Heart throbStyling Robbie SpencerCollier SchorrJacket Dior; shirt Versace; trousers Paul Smith; shoes Gucci; tie stylist’s own; socks Falke. Opening pages. Jacket Saint Laurent by Anthony Vaccarello. Coat and turtleneck Raf Simons; jacket ...
If fashion is a reflection of the times then 2018 firmly signified and cemented a new era of representation and radical transparency on the runways. With 45 transgender models having walked on major runways last season – a huge upswing from 12 we counted in the previous year – this level of trans visibility is beyond mere box ticking affirmative action – it’s empowering an entire generation of young people to claim their space and rewrite their own narratives. One of the faces at the forefront of this revolution is Krow Kian, a 23-year-old trans male model from a small suburb in Vancouver called Maple Ridge who spends the majority of his spare time, he says, “playing video games online with friends or singing while playing my ukulele.” Despite his relatively low-profile lifestyle, Kian was recently catapulted in to the spot-light when he hit the runway for Louis Vuitton’s SS19 show back in September. And as the current face of the brand’s SS19 campaign, and the first transgender model to be on the cover of L’Uomo Vogue, Kian shows no signs of slowing down. “We are all in the midst of an expansion of our ideas about what we mean to the outside world. In a way photography is a translation,”, points out Collier Schorr, the photographer who shooted him for this issue. “Krow is such a beautiful human being and in pictures the aspirations of boyhood and masculinity are at play with the mindset of being born female.”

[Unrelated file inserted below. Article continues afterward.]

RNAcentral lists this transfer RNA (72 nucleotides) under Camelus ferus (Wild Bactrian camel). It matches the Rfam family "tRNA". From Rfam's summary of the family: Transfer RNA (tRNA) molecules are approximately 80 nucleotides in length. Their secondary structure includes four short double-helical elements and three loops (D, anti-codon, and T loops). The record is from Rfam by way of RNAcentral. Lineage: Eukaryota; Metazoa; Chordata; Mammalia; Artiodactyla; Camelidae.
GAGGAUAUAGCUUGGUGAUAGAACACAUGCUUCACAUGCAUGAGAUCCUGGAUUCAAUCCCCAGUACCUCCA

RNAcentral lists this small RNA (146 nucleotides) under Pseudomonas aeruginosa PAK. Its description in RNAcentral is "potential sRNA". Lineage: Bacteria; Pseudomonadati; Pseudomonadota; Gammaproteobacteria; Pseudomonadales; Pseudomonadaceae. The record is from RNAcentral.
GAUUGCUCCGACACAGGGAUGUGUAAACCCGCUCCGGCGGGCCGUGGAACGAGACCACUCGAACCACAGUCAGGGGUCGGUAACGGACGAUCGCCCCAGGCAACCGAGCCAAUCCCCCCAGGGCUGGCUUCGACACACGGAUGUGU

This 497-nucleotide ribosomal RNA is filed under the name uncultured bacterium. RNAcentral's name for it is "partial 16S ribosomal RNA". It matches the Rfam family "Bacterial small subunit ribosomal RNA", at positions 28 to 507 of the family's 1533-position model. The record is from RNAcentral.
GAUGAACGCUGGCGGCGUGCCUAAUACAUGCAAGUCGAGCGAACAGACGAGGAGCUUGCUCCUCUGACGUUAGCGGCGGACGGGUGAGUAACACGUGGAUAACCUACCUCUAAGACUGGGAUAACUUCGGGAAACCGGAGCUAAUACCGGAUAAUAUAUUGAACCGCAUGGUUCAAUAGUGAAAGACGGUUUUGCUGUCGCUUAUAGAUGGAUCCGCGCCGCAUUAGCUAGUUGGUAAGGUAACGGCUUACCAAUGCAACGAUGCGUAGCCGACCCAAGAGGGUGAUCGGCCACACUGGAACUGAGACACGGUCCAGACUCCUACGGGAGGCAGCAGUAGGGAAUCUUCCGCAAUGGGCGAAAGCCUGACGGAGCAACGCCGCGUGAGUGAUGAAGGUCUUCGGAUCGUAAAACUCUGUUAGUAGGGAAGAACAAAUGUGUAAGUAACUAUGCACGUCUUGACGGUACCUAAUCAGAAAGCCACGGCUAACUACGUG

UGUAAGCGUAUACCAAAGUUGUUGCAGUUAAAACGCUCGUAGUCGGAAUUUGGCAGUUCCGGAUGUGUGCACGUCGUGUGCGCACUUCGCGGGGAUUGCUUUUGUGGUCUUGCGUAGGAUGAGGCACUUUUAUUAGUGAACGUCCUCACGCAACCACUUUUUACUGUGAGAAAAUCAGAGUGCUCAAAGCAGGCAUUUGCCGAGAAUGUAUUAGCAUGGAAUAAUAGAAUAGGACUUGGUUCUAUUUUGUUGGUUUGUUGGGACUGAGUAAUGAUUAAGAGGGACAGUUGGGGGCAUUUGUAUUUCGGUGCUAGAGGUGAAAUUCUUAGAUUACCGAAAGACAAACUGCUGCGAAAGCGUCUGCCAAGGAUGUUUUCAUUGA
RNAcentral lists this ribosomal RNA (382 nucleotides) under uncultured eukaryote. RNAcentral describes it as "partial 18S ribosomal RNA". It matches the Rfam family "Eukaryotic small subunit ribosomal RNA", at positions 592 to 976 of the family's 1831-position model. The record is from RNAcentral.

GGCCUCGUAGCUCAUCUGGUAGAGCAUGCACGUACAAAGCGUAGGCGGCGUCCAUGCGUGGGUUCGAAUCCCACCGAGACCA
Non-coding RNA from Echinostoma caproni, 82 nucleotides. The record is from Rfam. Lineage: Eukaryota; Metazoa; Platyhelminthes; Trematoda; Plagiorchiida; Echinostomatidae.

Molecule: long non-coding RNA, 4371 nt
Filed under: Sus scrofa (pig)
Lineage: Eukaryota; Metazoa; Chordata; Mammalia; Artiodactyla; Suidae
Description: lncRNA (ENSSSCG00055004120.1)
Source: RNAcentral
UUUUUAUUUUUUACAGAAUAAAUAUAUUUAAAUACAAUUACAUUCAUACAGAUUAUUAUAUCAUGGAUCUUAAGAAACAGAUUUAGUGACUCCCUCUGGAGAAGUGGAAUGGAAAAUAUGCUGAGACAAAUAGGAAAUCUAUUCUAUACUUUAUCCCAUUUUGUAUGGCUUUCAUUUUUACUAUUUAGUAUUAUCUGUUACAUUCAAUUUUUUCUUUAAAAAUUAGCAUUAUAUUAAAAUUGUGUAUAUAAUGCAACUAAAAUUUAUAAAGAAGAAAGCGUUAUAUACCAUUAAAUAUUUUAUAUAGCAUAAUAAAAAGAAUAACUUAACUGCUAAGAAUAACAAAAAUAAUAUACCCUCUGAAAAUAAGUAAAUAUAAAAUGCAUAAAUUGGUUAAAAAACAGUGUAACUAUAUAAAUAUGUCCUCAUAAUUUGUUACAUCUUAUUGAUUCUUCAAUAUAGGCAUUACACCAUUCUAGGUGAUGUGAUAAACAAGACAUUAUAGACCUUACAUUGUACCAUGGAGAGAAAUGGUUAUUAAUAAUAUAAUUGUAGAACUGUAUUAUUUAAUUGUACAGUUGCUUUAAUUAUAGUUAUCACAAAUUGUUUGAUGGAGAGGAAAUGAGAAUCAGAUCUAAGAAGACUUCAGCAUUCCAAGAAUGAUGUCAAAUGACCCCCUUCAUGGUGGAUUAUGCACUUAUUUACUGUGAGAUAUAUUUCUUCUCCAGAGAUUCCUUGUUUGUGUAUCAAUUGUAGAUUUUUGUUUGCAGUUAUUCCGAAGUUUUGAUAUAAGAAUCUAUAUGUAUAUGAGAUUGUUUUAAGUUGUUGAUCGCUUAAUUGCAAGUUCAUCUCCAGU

Let’s start with your cover story. How does it feel to be the first transgender model to be on the cover of L’Uomo Vogue? I’m honoured. It just goes to show how far the world is coming with the acceptance of trans people. I’m glad I get to represent the community and be a role model that trans people can relate to.
Did you always know that you wanted to be a model? My childhood dream was - and still is - to be a singer, and I’m currently working towards that goal with the help of my modelling. I absolutely love being an entertainer and bringing a smile to people’s faces. I hope to gain a large skill set in the entertainment industry so that modelling can help singing, singing can help modelling, and both can help acting and vice versa.
So how and when did you get in to modelling? When I was at a birthday party in elementary school one of the girls said their mom thought I was a model and they suggested that I try it out so I asked my mom if I could try modelling. I was 12-years-old when I signed with an agency and travelled to Japan for work as soon as I turned 13. I modelled for six years before I stopped and transitioned.